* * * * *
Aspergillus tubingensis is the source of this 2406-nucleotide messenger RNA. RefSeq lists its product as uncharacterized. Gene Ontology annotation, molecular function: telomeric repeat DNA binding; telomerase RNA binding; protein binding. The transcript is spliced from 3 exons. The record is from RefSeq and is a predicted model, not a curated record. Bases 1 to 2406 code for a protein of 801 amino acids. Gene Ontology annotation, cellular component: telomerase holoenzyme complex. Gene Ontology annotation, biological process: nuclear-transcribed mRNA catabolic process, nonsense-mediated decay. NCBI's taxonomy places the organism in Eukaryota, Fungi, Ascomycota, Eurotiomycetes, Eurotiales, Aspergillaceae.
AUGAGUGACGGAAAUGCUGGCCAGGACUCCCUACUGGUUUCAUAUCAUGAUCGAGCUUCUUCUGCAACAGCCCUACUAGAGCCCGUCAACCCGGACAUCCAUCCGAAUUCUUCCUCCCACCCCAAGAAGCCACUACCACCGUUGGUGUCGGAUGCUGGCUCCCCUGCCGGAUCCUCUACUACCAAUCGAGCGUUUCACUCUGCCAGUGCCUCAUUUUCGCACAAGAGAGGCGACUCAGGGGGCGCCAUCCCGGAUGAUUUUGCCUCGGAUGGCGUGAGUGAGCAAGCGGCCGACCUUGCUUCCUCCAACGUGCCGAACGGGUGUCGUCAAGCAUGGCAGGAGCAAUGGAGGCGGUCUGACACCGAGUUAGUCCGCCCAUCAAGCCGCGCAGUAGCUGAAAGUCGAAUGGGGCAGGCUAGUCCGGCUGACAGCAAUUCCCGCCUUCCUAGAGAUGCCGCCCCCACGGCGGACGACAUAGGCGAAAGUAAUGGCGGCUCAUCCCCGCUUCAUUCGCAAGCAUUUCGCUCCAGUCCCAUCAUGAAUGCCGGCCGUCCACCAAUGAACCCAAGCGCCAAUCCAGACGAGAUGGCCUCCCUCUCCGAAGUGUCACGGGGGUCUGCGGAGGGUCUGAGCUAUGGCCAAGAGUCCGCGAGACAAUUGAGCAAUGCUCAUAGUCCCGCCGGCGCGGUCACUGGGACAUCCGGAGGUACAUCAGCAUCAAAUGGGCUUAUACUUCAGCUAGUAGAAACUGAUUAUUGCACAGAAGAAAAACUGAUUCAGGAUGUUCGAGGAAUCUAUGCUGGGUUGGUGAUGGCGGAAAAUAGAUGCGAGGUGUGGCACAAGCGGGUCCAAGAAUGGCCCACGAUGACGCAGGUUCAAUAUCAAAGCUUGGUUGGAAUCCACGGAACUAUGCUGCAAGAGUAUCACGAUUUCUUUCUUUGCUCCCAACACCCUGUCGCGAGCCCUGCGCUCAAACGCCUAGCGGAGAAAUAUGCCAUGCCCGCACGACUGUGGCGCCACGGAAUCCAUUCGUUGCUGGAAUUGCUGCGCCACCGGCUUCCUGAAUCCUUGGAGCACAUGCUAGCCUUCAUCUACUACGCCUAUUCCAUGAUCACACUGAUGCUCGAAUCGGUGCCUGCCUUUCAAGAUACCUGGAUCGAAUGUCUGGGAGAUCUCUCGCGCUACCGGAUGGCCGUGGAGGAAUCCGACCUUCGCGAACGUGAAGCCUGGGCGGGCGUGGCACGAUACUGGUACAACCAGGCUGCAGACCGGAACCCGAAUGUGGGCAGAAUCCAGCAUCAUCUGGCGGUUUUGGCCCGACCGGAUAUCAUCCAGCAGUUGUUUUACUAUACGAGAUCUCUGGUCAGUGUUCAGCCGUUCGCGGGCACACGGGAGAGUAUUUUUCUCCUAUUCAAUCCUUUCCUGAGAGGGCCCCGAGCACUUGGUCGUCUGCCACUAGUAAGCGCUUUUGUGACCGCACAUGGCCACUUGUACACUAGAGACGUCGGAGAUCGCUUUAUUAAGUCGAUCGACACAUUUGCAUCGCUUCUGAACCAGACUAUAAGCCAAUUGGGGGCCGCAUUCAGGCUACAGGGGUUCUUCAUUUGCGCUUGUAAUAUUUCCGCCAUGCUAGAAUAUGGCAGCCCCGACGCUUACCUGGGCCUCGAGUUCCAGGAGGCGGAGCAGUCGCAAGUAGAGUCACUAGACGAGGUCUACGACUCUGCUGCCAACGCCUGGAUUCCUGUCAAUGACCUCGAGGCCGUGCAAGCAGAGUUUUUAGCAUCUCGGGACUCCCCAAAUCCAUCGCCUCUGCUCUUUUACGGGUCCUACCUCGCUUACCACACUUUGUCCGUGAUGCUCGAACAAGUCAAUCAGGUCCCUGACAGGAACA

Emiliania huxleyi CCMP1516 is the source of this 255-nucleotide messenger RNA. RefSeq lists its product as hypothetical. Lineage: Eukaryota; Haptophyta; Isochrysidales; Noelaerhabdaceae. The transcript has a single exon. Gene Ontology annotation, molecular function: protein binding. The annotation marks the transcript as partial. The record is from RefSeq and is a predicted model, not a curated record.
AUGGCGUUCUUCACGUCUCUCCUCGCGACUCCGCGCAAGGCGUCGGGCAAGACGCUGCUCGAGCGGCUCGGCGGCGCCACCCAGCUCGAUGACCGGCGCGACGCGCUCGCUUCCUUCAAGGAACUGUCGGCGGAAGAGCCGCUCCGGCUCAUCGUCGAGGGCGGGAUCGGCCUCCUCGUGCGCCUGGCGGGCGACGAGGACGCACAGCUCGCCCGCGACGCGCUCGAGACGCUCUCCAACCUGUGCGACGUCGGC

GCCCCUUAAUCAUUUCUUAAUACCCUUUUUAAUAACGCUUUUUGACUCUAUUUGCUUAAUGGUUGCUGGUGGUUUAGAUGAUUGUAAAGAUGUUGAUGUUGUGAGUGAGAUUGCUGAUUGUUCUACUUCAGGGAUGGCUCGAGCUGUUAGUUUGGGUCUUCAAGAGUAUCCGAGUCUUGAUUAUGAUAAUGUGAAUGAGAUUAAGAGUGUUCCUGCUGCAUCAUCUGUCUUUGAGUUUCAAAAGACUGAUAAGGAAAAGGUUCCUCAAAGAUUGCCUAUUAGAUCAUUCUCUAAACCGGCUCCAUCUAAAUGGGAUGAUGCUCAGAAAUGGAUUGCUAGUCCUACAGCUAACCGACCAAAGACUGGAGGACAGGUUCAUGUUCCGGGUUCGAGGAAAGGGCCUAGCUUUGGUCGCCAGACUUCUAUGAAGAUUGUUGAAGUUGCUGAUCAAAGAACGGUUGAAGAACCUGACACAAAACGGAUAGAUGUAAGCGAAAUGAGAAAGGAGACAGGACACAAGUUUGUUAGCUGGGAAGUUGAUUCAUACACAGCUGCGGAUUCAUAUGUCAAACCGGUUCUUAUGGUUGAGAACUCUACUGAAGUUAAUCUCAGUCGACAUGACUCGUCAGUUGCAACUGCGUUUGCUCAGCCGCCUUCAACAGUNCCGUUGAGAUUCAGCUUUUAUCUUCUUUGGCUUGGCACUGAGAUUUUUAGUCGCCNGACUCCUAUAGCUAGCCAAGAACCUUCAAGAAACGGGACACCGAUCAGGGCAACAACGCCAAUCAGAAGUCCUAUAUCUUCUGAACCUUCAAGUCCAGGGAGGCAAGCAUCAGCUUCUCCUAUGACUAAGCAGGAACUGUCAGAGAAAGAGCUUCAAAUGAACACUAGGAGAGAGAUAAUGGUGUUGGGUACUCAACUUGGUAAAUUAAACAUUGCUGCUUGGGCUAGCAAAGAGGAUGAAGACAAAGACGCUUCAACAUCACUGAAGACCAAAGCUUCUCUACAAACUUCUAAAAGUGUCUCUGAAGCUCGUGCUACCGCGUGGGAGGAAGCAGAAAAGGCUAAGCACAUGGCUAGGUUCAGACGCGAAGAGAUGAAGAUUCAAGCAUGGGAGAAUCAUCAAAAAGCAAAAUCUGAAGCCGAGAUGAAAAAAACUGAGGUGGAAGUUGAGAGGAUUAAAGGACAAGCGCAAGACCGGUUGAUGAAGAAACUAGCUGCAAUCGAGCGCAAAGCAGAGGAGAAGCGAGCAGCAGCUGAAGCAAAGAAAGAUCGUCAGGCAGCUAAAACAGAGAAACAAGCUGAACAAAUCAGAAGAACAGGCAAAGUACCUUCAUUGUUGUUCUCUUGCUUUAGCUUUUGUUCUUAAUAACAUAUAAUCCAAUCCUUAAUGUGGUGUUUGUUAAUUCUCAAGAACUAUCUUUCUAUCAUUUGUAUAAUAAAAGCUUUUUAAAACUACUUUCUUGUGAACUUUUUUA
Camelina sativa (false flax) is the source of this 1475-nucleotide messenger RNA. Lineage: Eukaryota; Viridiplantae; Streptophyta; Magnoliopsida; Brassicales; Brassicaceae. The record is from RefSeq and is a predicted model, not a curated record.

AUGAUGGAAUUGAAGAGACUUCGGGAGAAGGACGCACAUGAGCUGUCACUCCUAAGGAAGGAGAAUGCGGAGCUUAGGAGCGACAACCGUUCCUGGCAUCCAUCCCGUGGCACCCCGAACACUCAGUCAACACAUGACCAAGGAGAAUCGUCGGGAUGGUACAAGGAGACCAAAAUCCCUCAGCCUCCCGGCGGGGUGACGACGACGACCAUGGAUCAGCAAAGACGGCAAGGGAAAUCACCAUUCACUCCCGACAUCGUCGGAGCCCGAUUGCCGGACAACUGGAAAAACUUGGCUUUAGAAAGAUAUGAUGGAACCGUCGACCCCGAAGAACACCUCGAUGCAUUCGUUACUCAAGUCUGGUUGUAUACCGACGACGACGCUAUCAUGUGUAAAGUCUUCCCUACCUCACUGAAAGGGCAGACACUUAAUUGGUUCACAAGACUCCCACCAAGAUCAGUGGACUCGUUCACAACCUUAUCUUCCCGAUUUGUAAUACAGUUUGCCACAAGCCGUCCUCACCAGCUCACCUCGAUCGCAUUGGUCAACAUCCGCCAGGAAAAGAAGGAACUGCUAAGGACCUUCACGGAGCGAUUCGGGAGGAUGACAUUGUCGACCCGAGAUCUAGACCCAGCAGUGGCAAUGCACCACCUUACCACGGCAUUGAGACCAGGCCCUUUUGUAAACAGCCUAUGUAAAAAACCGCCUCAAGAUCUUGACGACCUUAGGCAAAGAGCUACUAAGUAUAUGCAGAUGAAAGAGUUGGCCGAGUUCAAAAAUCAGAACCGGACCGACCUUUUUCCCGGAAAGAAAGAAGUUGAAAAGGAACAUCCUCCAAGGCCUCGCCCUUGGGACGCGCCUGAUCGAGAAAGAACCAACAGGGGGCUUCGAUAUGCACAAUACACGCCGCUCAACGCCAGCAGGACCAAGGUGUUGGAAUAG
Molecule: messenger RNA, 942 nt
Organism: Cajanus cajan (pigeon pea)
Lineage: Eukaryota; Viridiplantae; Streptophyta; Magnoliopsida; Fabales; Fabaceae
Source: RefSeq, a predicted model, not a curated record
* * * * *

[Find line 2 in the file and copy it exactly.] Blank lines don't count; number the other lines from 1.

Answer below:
AUGAGUGACGGAAAUGCUGGCCAGGACUCCCUACUGGUUUCAUAUCAUGAUCGAGCUUCUUCUGCAACAGCCCUACUAGAGCCCGUCAACCCGGACAUCCAUCCGAAUUCUUCCUCCCACCCCAAGAAGCCACUACCACCGUUGGUGUCGGAUGCUGGCUCCCCUGCCGGAUCCUCUACUACCAAUCGAGCGUUUCACUCUGCCAGUGCCUCAUUUUCGCACAAGAGAGGCGACUCAGGGGGCGCCAUCCCGGAUGAUUUUGCCUCGGAUGGCGUGAGUGAGCAAGCGGCCGACCUUGCUUCCUCCAACGUGCCGAACGGGUGUCGUCAAGCAUGGCAGGAGCAAUGGAGGCGGUCUGACACCGAGUUAGUCCGCCCAUCAAGCCGCGCAGUAGCUGAAAGUCGAAUGGGGCAGGCUAGUCCGGCUGACAGCAAUUCCCGCCUUCCUAGAGAUGCCGCCCCCACGGCGGACGACAUAGGCGAAAGUAAUGGCGGCUCAUCCCCGCUUCAUUCGCAAGCAUUUCGCUCCAGUCCCAUCAUGAAUGCCGGCCGUCCACCAAUGAACCCAAGCGCCAAUCCAGACGAGAUGGCCUCCCUCUCCGAAGUGUCACGGGGGUCUGCGGAGGGUCUGAGCUAUGGCCAAGAGUCCGCGAGACAAUUGAGCAAUGCUCAUAGUCCCGCCGGCGCGGUCACUGGGACAUCCGGAGGUACAUCAGCAUCAAAUGGGCUUAUACUUCAGCUAGUAGAAACUGAUUAUUGCACAGAAGAAAAACUGAUUCAGGAUGUUCGAGGAAUCUAUGCUGGGUUGGUGAUGGCGGAAAAUAGAUGCGAGGUGUGGCACAAGCGGGUCCAAGAAUGGCCCACGAUGACGCAGGUUCAAUAUCAAAGCUUGGUUGGAAUCCACGGAACUAUGCUGCAAGAGUAUCACGAUUUCUUUCUUUGCUCCCAACACCCUGUCGCGAGCCCUGCGCUCAAACGCCUAGCGGAGAAAUAUGCCAUGCCCGCACGACUGUGGCGCCACGGAAUCCAUUCGUUGCUGGAAUUGCUGCGCCACCGGCUUCCUGAAUCCUUGGAGCACAUGCUAGCCUUCAUCUACUACGCCUAUUCCAUGAUCACACUGAUGCUCGAAUCGGUGCCUGCCUUUCAAGAUACCUGGAUCGAAUGUCUGGGAGAUCUCUCGCGCUACCGGAUGGCCGUGGAGGAAUCCGACCUUCGCGAACGUGAAGCCUGGGCGGGCGUGGCACGAUACUGGUACAACCAGGCUGCAGACCGGAACCCGAAUGUGGGCAGAAUCCAGCAUCAUCUGGCGGUUUUGGCCCGACCGGAUAUCAUCCAGCAGUUGUUUUACUAUACGAGAUCUCUGGUCAGUGUUCAGCCGUUCGCGGGCACACGGGAGAGUAUUUUUCUCCUAUUCAAUCCUUUCCUGAGAGGGCCCCGAGCACUUGGUCGUCUGCCACUAGUAAGCGCUUUUGUGACCGCACAUGGCCACUUGUACACUAGAGACGUCGGAGAUCGCUUUAUUAAGUCGAUCGACACAUUUGCAUCGCUUCUGAACCAGACUAUAAGCCAAUUGGGGGCCGCAUUCAGGCUACAGGGGUUCUUCAUUUGCGCUUGUAAUAUUUCCGCCAUGCUAGAAUAUGGCAGCCCCGACGCUUACCUGGGCCUCGAGUUCCAGGAGGCGGAGCAGUCGCAAGUAGAGUCACUAGACGAGGUCUACGACUCUGCUGCCAACGCCUGGAUUCCUGUCAAUGACCUCGAGGCCGUGCAAGCAGAGUUUUUAGCAUCUCGGGACUCCCCAAAUCCAUCGCCUCUGCUCUUUUACGGGUCCUACCUCGCUUACCACACUUUGUCCGUGAUGCUCGAACAAGUCAAUCAGGUCCCUGACAGGAACA